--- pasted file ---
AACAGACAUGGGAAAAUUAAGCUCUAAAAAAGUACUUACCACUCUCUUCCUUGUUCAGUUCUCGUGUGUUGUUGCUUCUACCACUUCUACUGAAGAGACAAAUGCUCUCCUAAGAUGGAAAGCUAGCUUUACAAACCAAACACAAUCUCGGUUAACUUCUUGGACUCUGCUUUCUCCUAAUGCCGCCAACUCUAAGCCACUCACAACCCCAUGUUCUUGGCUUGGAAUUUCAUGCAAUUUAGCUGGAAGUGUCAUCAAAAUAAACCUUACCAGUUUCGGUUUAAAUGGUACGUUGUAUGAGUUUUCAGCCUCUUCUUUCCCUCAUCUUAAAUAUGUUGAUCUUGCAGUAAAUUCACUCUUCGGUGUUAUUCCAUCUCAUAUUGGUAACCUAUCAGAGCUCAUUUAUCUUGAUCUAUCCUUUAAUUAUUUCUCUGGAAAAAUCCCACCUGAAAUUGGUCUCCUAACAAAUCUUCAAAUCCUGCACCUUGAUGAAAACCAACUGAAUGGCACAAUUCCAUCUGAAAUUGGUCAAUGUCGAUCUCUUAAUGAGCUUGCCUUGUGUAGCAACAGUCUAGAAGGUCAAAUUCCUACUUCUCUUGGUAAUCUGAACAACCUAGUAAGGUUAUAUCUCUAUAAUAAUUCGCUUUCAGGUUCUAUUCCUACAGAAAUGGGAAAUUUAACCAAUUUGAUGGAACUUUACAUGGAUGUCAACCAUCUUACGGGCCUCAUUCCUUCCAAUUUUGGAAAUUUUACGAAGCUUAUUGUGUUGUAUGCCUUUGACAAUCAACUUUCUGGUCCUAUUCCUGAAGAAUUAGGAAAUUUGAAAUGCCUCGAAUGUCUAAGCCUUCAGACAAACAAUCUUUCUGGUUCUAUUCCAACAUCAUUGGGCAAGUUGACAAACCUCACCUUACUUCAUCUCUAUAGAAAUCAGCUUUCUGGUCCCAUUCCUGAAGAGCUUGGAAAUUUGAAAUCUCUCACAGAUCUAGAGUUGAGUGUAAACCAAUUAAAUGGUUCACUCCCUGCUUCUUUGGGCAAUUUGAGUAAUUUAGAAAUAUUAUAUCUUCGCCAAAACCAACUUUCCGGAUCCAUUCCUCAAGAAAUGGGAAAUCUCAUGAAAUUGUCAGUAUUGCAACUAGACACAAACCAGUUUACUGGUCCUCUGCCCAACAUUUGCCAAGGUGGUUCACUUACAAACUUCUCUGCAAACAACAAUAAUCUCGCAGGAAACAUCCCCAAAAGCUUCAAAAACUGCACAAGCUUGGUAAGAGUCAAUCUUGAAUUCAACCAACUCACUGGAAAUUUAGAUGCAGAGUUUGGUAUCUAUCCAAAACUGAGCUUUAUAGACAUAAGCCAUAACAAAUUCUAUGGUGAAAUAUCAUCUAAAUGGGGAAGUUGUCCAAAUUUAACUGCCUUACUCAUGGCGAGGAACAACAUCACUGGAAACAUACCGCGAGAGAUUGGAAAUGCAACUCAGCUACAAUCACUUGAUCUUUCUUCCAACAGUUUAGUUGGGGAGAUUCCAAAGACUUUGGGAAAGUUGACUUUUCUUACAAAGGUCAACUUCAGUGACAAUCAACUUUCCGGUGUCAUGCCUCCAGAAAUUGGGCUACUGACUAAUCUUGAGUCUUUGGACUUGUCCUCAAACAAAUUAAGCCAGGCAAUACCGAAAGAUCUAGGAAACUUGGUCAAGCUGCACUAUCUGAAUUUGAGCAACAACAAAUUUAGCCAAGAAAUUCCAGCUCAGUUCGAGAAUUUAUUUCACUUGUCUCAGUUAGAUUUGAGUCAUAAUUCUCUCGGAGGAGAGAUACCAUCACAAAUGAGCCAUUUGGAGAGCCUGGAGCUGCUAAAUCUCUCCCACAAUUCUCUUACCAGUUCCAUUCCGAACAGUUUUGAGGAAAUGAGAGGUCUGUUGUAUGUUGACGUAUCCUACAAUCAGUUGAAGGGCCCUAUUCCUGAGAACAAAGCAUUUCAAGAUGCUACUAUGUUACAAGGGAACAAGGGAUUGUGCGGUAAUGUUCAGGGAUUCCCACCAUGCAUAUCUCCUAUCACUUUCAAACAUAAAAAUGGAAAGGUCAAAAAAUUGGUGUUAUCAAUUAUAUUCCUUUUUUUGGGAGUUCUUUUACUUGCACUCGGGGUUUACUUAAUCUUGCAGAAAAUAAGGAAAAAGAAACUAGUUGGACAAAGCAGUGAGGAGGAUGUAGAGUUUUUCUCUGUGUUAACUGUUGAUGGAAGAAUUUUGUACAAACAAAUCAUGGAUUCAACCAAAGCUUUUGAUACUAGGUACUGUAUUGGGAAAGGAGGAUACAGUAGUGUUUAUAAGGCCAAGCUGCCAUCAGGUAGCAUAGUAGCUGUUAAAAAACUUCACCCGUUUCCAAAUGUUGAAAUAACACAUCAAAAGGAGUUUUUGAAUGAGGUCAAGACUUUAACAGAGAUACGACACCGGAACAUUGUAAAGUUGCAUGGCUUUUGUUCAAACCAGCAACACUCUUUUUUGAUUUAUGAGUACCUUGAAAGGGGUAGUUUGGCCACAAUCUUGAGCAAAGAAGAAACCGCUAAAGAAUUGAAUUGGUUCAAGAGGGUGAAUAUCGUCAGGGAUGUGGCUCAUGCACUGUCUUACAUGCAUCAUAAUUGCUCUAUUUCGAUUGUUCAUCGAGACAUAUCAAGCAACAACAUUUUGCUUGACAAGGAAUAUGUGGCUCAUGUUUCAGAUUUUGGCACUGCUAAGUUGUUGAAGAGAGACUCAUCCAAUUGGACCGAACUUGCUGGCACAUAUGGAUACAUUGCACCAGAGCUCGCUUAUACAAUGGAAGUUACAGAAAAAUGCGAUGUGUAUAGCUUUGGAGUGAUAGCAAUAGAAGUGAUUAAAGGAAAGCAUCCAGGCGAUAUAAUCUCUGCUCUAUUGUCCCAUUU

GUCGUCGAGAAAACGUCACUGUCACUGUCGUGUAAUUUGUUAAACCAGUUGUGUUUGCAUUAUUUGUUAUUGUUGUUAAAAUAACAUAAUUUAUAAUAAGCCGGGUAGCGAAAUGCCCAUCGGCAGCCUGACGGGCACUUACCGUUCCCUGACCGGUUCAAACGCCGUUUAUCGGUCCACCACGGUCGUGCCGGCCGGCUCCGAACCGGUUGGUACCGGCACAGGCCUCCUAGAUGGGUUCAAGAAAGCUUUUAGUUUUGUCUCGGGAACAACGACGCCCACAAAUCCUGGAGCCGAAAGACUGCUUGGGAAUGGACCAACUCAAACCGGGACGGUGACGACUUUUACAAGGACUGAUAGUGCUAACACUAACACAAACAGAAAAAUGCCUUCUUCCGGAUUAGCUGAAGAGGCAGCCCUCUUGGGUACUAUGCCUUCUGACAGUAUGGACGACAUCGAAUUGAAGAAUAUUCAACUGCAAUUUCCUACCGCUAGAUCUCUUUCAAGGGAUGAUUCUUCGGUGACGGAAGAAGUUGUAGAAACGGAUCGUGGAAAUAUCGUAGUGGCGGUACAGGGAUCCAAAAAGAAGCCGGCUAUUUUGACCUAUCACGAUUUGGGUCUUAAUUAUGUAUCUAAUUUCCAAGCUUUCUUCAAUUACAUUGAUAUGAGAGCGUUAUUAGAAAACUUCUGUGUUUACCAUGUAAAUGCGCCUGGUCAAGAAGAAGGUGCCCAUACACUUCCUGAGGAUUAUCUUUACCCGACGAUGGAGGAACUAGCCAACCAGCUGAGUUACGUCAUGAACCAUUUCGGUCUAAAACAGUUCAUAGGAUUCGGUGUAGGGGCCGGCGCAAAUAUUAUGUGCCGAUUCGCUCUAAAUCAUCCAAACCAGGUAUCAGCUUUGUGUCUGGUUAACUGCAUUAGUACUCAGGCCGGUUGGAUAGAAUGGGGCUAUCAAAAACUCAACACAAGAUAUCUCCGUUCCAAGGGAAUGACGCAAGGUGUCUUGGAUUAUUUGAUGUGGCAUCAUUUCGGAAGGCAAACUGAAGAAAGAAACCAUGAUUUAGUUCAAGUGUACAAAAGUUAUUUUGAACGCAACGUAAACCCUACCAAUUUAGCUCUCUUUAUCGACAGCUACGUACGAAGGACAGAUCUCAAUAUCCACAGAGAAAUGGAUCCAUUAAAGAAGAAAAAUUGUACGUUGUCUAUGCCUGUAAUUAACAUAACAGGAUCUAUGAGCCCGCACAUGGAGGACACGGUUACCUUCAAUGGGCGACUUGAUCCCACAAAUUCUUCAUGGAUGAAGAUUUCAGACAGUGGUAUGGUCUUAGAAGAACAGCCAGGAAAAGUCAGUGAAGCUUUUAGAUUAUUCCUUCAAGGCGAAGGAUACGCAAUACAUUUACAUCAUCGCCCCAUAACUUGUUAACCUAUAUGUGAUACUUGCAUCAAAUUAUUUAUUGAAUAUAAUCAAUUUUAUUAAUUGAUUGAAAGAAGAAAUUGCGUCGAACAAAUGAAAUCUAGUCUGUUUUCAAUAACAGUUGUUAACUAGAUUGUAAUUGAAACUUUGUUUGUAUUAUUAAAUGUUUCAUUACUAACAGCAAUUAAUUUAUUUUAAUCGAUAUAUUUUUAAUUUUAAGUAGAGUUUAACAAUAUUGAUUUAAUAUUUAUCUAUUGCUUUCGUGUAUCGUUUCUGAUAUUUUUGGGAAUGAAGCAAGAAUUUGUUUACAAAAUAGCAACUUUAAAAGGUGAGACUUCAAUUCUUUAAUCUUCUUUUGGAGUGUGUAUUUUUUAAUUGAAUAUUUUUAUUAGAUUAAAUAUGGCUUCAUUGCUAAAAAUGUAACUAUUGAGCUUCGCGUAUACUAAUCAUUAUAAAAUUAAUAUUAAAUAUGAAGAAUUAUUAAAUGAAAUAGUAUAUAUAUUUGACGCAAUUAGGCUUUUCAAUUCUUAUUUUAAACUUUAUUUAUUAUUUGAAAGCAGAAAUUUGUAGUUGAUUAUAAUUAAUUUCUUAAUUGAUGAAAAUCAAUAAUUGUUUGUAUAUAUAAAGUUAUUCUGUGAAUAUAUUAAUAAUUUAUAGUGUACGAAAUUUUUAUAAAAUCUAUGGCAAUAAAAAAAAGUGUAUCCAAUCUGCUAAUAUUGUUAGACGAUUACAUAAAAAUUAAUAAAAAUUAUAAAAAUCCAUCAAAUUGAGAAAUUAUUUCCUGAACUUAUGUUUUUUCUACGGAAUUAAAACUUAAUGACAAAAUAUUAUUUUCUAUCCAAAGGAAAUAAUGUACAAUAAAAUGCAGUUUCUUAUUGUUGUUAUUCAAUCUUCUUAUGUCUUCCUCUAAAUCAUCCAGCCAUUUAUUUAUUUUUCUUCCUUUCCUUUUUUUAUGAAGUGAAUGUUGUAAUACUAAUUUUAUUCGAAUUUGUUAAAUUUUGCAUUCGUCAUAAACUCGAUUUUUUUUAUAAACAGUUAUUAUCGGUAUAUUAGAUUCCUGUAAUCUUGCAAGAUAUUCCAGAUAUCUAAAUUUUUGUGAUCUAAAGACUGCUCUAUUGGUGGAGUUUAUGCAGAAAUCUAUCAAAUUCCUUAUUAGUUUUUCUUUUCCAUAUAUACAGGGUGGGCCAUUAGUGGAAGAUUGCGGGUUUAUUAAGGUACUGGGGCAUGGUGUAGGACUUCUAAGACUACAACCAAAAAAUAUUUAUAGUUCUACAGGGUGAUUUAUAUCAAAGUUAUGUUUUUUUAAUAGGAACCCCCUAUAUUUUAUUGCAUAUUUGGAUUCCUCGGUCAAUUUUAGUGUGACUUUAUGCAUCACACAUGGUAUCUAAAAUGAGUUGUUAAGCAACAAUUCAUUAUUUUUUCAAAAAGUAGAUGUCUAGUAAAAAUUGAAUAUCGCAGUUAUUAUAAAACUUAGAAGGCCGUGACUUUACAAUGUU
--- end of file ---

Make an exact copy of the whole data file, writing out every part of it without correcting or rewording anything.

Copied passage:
AACAGACAUGGGAAAAUUAAGCUCUAAAAAAGUACUUACCACUCUCUUCCUUGUUCAGUUCUCGUGUGUUGUUGCUUCUACCACUUCUACUGAAGAGACAAAUGCUCUCCUAAGAUGGAAAGCUAGCUUUACAAACCAAACACAAUCUCGGUUAACUUCUUGGACUCUGCUUUCUCCUAAUGCCGCCAACUCUAAGCCACUCACAACCCCAUGUUCUUGGCUUGGAAUUUCAUGCAAUUUAGCUGGAAGUGUCAUCAAAAUAAACCUUACCAGUUUCGGUUUAAAUGGUACGUUGUAUGAGUUUUCAGCCUCUUCUUUCCCUCAUCUUAAAUAUGUUGAUCUUGCAGUAAAUUCACUCUUCGGUGUUAUUCCAUCUCAUAUUGGUAACCUAUCAGAGCUCAUUUAUCUUGAUCUAUCCUUUAAUUAUUUCUCUGGAAAAAUCCCACCUGAAAUUGGUCUCCUAACAAAUCUUCAAAUCCUGCACCUUGAUGAAAACCAACUGAAUGGCACAAUUCCAUCUGAAAUUGGUCAAUGUCGAUCUCUUAAUGAGCUUGCCUUGUGUAGCAACAGUCUAGAAGGUCAAAUUCCUACUUCUCUUGGUAAUCUGAACAACCUAGUAAGGUUAUAUCUCUAUAAUAAUUCGCUUUCAGGUUCUAUUCCUACAGAAAUGGGAAAUUUAACCAAUUUGAUGGAACUUUACAUGGAUGUCAACCAUCUUACGGGCCUCAUUCCUUCCAAUUUUGGAAAUUUUACGAAGCUUAUUGUGUUGUAUGCCUUUGACAAUCAACUUUCUGGUCCUAUUCCUGAAGAAUUAGGAAAUUUGAAAUGCCUCGAAUGUCUAAGCCUUCAGACAAACAAUCUUUCUGGUUCUAUUCCAACAUCAUUGGGCAAGUUGACAAACCUCACCUUACUUCAUCUCUAUAGAAAUCAGCUUUCUGGUCCCAUUCCUGAAGAGCUUGGAAAUUUGAAAUCUCUCACAGAUCUAGAGUUGAGUGUAAACCAAUUAAAUGGUUCACUCCCUGCUUCUUUGGGCAAUUUGAGUAAUUUAGAAAUAUUAUAUCUUCGCCAAAACCAACUUUCCGGAUCCAUUCCUCAAGAAAUGGGAAAUCUCAUGAAAUUGUCAGUAUUGCAACUAGACACAAACCAGUUUACUGGUCCUCUGCCCAACAUUUGCCAAGGUGGUUCACUUACAAACUUCUCUGCAAACAACAAUAAUCUCGCAGGAAACAUCCCCAAAAGCUUCAAAAACUGCACAAGCUUGGUAAGAGUCAAUCUUGAAUUCAACCAACUCACUGGAAAUUUAGAUGCAGAGUUUGGUAUCUAUCCAAAACUGAGCUUUAUAGACAUAAGCCAUAACAAAUUCUAUGGUGAAAUAUCAUCUAAAUGGGGAAGUUGUCCAAAUUUAACUGCCUUACUCAUGGCGAGGAACAACAUCACUGGAAACAUACCGCGAGAGAUUGGAAAUGCAACUCAGCUACAAUCACUUGAUCUUUCUUCCAACAGUUUAGUUGGGGAGAUUCCAAAGACUUUGGGAAAGUUGACUUUUCUUACAAAGGUCAACUUCAGUGACAAUCAACUUUCCGGUGUCAUGCCUCCAGAAAUUGGGCUACUGACUAAUCUUGAGUCUUUGGACUUGUCCUCAAACAAAUUAAGCCAGGCAAUACCGAAAGAUCUAGGAAACUUGGUCAAGCUGCACUAUCUGAAUUUGAGCAACAACAAAUUUAGCCAAGAAAUUCCAGCUCAGUUCGAGAAUUUAUUUCACUUGUCUCAGUUAGAUUUGAGUCAUAAUUCUCUCGGAGGAGAGAUACCAUCACAAAUGAGCCAUUUGGAGAGCCUGGAGCUGCUAAAUCUCUCCCACAAUUCUCUUACCAGUUCCAUUCCGAACAGUUUUGAGGAAAUGAGAGGUCUGUUGUAUGUUGACGUAUCCUACAAUCAGUUGAAGGGCCCUAUUCCUGAGAACAAAGCAUUUCAAGAUGCUACUAUGUUACAAGGGAACAAGGGAUUGUGCGGUAAUGUUCAGGGAUUCCCACCAUGCAUAUCUCCUAUCACUUUCAAACAUAAAAAUGGAAAGGUCAAAAAAUUGGUGUUAUCAAUUAUAUUCCUUUUUUUGGGAGUUCUUUUACUUGCACUCGGGGUUUACUUAAUCUUGCAGAAAAUAAGGAAAAAGAAACUAGUUGGACAAAGCAGUGAGGAGGAUGUAGAGUUUUUCUCUGUGUUAACUGUUGAUGGAAGAAUUUUGUACAAACAAAUCAUGGAUUCAACCAAAGCUUUUGAUACUAGGUACUGUAUUGGGAAAGGAGGAUACAGUAGUGUUUAUAAGGCCAAGCUGCCAUCAGGUAGCAUAGUAGCUGUUAAAAAACUUCACCCGUUUCCAAAUGUUGAAAUAACACAUCAAAAGGAGUUUUUGAAUGAGGUCAAGACUUUAACAGAGAUACGACACCGGAACAUUGUAAAGUUGCAUGGCUUUUGUUCAAACCAGCAACACUCUUUUUUGAUUUAUGAGUACCUUGAAAGGGGUAGUUUGGCCACAAUCUUGAGCAAAGAAGAAACCGCUAAAGAAUUGAAUUGGUUCAAGAGGGUGAAUAUCGUCAGGGAUGUGGCUCAUGCACUGUCUUACAUGCAUCAUAAUUGCUCUAUUUCGAUUGUUCAUCGAGACAUAUCAAGCAACAACAUUUUGCUUGACAAGGAAUAUGUGGCUCAUGUUUCAGAUUUUGGCACUGCUAAGUUGUUGAAGAGAGACUCAUCCAAUUGGACCGAACUUGCUGGCACAUAUGGAUACAUUGCACCAGAGCUCGCUUAUACAAUGGAAGUUACAGAAAAAUGCGAUGUGUAUAGCUUUGGAGUGAUAGCAAUAGAAGUGAUUAAAGGAAAGCAUCCAGGCGAUAUAAUCUCUGCUCUAUUGUCCCAUUU

GUCGUCGAGAAAACGUCACUGUCACUGUCGUGUAAUUUGUUAAACCAGUUGUGUUUGCAUUAUUUGUUAUUGUUGUUAAAAUAACAUAAUUUAUAAUAAGCCGGGUAGCGAAAUGCCCAUCGGCAGCCUGACGGGCACUUACCGUUCCCUGACCGGUUCAAACGCCGUUUAUCGGUCCACCACGGUCGUGCCGGCCGGCUCCGAACCGGUUGGUACCGGCACAGGCCUCCUAGAUGGGUUCAAGAAAGCUUUUAGUUUUGUCUCGGGAACAACGACGCCCACAAAUCCUGGAGCCGAAAGACUGCUUGGGAAUGGACCAACUCAAACCGGGACGGUGACGACUUUUACAAGGACUGAUAGUGCUAACACUAACACAAACAGAAAAAUGCCUUCUUCCGGAUUAGCUGAAGAGGCAGCCCUCUUGGGUACUAUGCCUUCUGACAGUAUGGACGACAUCGAAUUGAAGAAUAUUCAACUGCAAUUUCCUACCGCUAGAUCUCUUUCAAGGGAUGAUUCUUCGGUGACGGAAGAAGUUGUAGAAACGGAUCGUGGAAAUAUCGUAGUGGCGGUACAGGGAUCCAAAAAGAAGCCGGCUAUUUUGACCUAUCACGAUUUGGGUCUUAAUUAUGUAUCUAAUUUCCAAGCUUUCUUCAAUUACAUUGAUAUGAGAGCGUUAUUAGAAAACUUCUGUGUUUACCAUGUAAAUGCGCCUGGUCAAGAAGAAGGUGCCCAUACACUUCCUGAGGAUUAUCUUUACCCGACGAUGGAGGAACUAGCCAACCAGCUGAGUUACGUCAUGAACCAUUUCGGUCUAAAACAGUUCAUAGGAUUCGGUGUAGGGGCCGGCGCAAAUAUUAUGUGCCGAUUCGCUCUAAAUCAUCCAAACCAGGUAUCAGCUUUGUGUCUGGUUAACUGCAUUAGUACUCAGGCCGGUUGGAUAGAAUGGGGCUAUCAAAAACUCAACACAAGAUAUCUCCGUUCCAAGGGAAUGACGCAAGGUGUCUUGGAUUAUUUGAUGUGGCAUCAUUUCGGAAGGCAAACUGAAGAAAGAAACCAUGAUUUAGUUCAAGUGUACAAAAGUUAUUUUGAACGCAACGUAAACCCUACCAAUUUAGCUCUCUUUAUCGACAGCUACGUACGAAGGACAGAUCUCAAUAUCCACAGAGAAAUGGAUCCAUUAAAGAAGAAAAAUUGUACGUUGUCUAUGCCUGUAAUUAACAUAACAGGAUCUAUGAGCCCGCACAUGGAGGACACGGUUACCUUCAAUGGGCGACUUGAUCCCACAAAUUCUUCAUGGAUGAAGAUUUCAGACAGUGGUAUGGUCUUAGAAGAACAGCCAGGAAAAGUCAGUGAAGCUUUUAGAUUAUUCCUUCAAGGCGAAGGAUACGCAAUACAUUUACAUCAUCGCCCCAUAACUUGUUAACCUAUAUGUGAUACUUGCAUCAAAUUAUUUAUUGAAUAUAAUCAAUUUUAUUAAUUGAUUGAAAGAAGAAAUUGCGUCGAACAAAUGAAAUCUAGUCUGUUUUCAAUAACAGUUGUUAACUAGAUUGUAAUUGAAACUUUGUUUGUAUUAUUAAAUGUUUCAUUACUAACAGCAAUUAAUUUAUUUUAAUCGAUAUAUUUUUAAUUUUAAGUAGAGUUUAACAAUAUUGAUUUAAUAUUUAUCUAUUGCUUUCGUGUAUCGUUUCUGAUAUUUUUGGGAAUGAAGCAAGAAUUUGUUUACAAAAUAGCAACUUUAAAAGGUGAGACUUCAAUUCUUUAAUCUUCUUUUGGAGUGUGUAUUUUUUAAUUGAAUAUUUUUAUUAGAUUAAAUAUGGCUUCAUUGCUAAAAAUGUAACUAUUGAGCUUCGCGUAUACUAAUCAUUAUAAAAUUAAUAUUAAAUAUGAAGAAUUAUUAAAUGAAAUAGUAUAUAUAUUUGACGCAAUUAGGCUUUUCAAUUCUUAUUUUAAACUUUAUUUAUUAUUUGAAAGCAGAAAUUUGUAGUUGAUUAUAAUUAAUUUCUUAAUUGAUGAAAAUCAAUAAUUGUUUGUAUAUAUAAAGUUAUUCUGUGAAUAUAUUAAUAAUUUAUAGUGUACGAAAUUUUUAUAAAAUCUAUGGCAAUAAAAAAAAGUGUAUCCAAUCUGCUAAUAUUGUUAGACGAUUACAUAAAAAUUAAUAAAAAUUAUAAAAAUCCAUCAAAUUGAGAAAUUAUUUCCUGAACUUAUGUUUUUUCUACGGAAUUAAAACUUAAUGACAAAAUAUUAUUUUCUAUCCAAAGGAAAUAAUGUACAAUAAAAUGCAGUUUCUUAUUGUUGUUAUUCAAUCUUCUUAUGUCUUCCUCUAAAUCAUCCAGCCAUUUAUUUAUUUUUCUUCCUUUCCUUUUUUUAUGAAGUGAAUGUUGUAAUACUAAUUUUAUUCGAAUUUGUUAAAUUUUGCAUUCGUCAUAAACUCGAUUUUUUUUAUAAACAGUUAUUAUCGGUAUAUUAGAUUCCUGUAAUCUUGCAAGAUAUUCCAGAUAUCUAAAUUUUUGUGAUCUAAAGACUGCUCUAUUGGUGGAGUUUAUGCAGAAAUCUAUCAAAUUCCUUAUUAGUUUUUCUUUUCCAUAUAUACAGGGUGGGCCAUUAGUGGAAGAUUGCGGGUUUAUUAAGGUACUGGGGCAUGGUGUAGGACUUCUAAGACUACAACCAAAAAAUAUUUAUAGUUCUACAGGGUGAUUUAUAUCAAAGUUAUGUUUUUUUAAUAGGAACCCCCUAUAUUUUAUUGCAUAUUUGGAUUCCUCGGUCAAUUUUAGUGUGACUUUAUGCAUCACACAUGGUAUCUAAAAUGAGUUGUUAAGCAACAAUUCAUUAUUUUUUCAAAAAGUAGAUGUCUAGUAAAAAUUGAAUAUCGCAGUUAUUAUAAAACUUAGAAGGCCGUGACUUUACAAUGUU